“This is the most out there I’ve put myself, and there are many days when I think not that it is a mistake putting all of my failures and all of my pain up for discussion, available to anyone,” says Toronto-based musician Kathleen Edwards, of her new album Voyageur, “but I feel exceptionally vulnerable, maybe more now than ever in my life.”
A number of the songs on the album were written while Edwards was still married and reflect a relationship in a downward spiral. Others came later and speak to some heartache but also looking for hope and finding your footing once more. It is Edwards’ best work to date on many levels, from the songwriting to the lush and gorgeous soundscape. And, as Edwards explains, it didn’t happen by accident.
“This was definitely the hardest record I’ve ever made,” she explains. “It was really, like, false starts, where you’d try something, it doesn’t work, and I’d go back to the drawing board. It was really excruciating.”
It didn’t help that Edwards heaped pressure on herself to shake the alt-country label she’s carried since her debut album, Failer, back in 2003. Sure, she says, she digs a good pedal steel. But that doesn’t make her the second coming of Loretta Lynn, so drop it already.
“I realized that I was stuck in the pigeonhole of alt-country and I don’t relate to that,” says Edwards. “I needed to find a way to make a record that proved that wasn’t me, without it being a betrayal or unnatural, that is far more reflective of my influences and my music aesthetic.… It was a pretty big goal to have in mind, and it was a really hard project to see through.”Along the way, a couple of fellow musicians provided enough of a creative spark to allow Edwards to fulfill her vision, including singer John Roderick.
“That really sparked a lot of momentum, going to Seattle and working with John,” Edwards explains. “By no stretch is he a renowned co-writer, but I really liked his work. He just had great lyrics and his music was really smart. I thought, ‘This guy isn’t going to just fill in the blanks with whatever sounds fine.’ ”
The result of that collaboration was the album’s first track, “Empty Threat,” and, perhaps more importantly, led to Edwards’ next collaboration, Justin Vernon of Bon Iver — the recent Grammy Award nominees with whom Edwards toured this past fall.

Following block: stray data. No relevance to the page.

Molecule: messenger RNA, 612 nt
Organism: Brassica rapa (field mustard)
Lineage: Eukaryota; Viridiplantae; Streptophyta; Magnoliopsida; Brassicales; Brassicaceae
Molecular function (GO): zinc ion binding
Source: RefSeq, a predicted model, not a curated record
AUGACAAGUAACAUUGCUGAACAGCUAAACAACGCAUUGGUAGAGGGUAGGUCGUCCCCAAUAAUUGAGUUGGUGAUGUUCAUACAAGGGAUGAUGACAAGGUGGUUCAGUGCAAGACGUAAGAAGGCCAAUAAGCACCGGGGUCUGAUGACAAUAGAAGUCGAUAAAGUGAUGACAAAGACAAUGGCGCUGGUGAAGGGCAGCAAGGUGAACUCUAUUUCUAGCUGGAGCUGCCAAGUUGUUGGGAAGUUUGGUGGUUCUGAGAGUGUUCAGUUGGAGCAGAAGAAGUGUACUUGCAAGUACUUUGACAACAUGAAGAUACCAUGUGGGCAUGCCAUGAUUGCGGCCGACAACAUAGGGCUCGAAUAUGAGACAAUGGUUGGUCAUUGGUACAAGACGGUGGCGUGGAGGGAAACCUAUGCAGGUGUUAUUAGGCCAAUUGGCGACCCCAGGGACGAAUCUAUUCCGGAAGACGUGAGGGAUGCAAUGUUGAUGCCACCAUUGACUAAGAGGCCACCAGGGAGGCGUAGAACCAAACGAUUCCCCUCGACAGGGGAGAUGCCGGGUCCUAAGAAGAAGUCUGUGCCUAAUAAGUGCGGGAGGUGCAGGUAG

“I think the highlight of working with Justin is the fact that I felt like he knew my old material so well, and he was so respectful of all the things I’ve done and really understood where I wanted to go,” says Edwards.
Vernon ended up co-producing, with Edwards recording the bed tracks with her band in Toronto and travelling to his home studio in Wisconsin to work on the additional layers of sound and texture that distinguishes Voyageur from Edwards’ previous albums.
One song, above all, “I’m Going to Hell,” is indicative of Edwards’ raw emotional songwriting but also the incredible sonic soundscape she’s establishing. It’s no surprise that Edwards considers the song her biggest accomplishment.
“That song is a very true statement of some of the feelings I had about the last few years of my marriage,” says Edwards. “How it musically came together: Justin played a huge part in my finally accomplishing what I wanted to do. I had the exact foundation I wanted, and he would come in and help build and create a house of all these sounds. It’s a bit of a victory.”
This winter, Edwards heads out on tour in support of Voyageur, out Jan. 17. For more information, go to www.kathleenedwards.com.
BSS plus the Stills equals analog bliss
First, the Stills called it quits last spring, followed by Broken Social Scene — two major Canadian indie bands gone in the wink of an eye. Hipsters swooned. Music fans cried out for something new to fill the void in their limited edition vinyl libraries. Meanwhile, unbeknownst to all but a select few, Stills’ frontman, Dave Hamelin, and Liam O’Neil and BSS alum Justin Peroff were already at work on their project Eight and a Half.
When news broke, the excitement was palpable. Their debut album drops Feb. 7; a tour is imminent. And all is right with the world.
“There was a point near the end of the Stills where we took a five-month hiatus, and during that time, Justin came up to Montreal and myself, Justin and Liam decided to take advantage, and this is what happened,” says Hamelin, now living in Toronto.
“It was just a lot of fun. There was no pressure, or scrutiny. It is different when there are literally no expectations at all. Nobody knows you exist.… We still barely exist.”
The new music, a lush and ambient blend of electronica backing Hamelin’s tender vocals, isn’t a mashup of BSS and the Stills. Instead the trio went in a different direction that should allow them to carve out their own musical niche while winning over their ready-made fan base.
Currently, the band is working on new songs and rehearsing for a tour in 2012. For information, go to www.eight-and-a-half.com.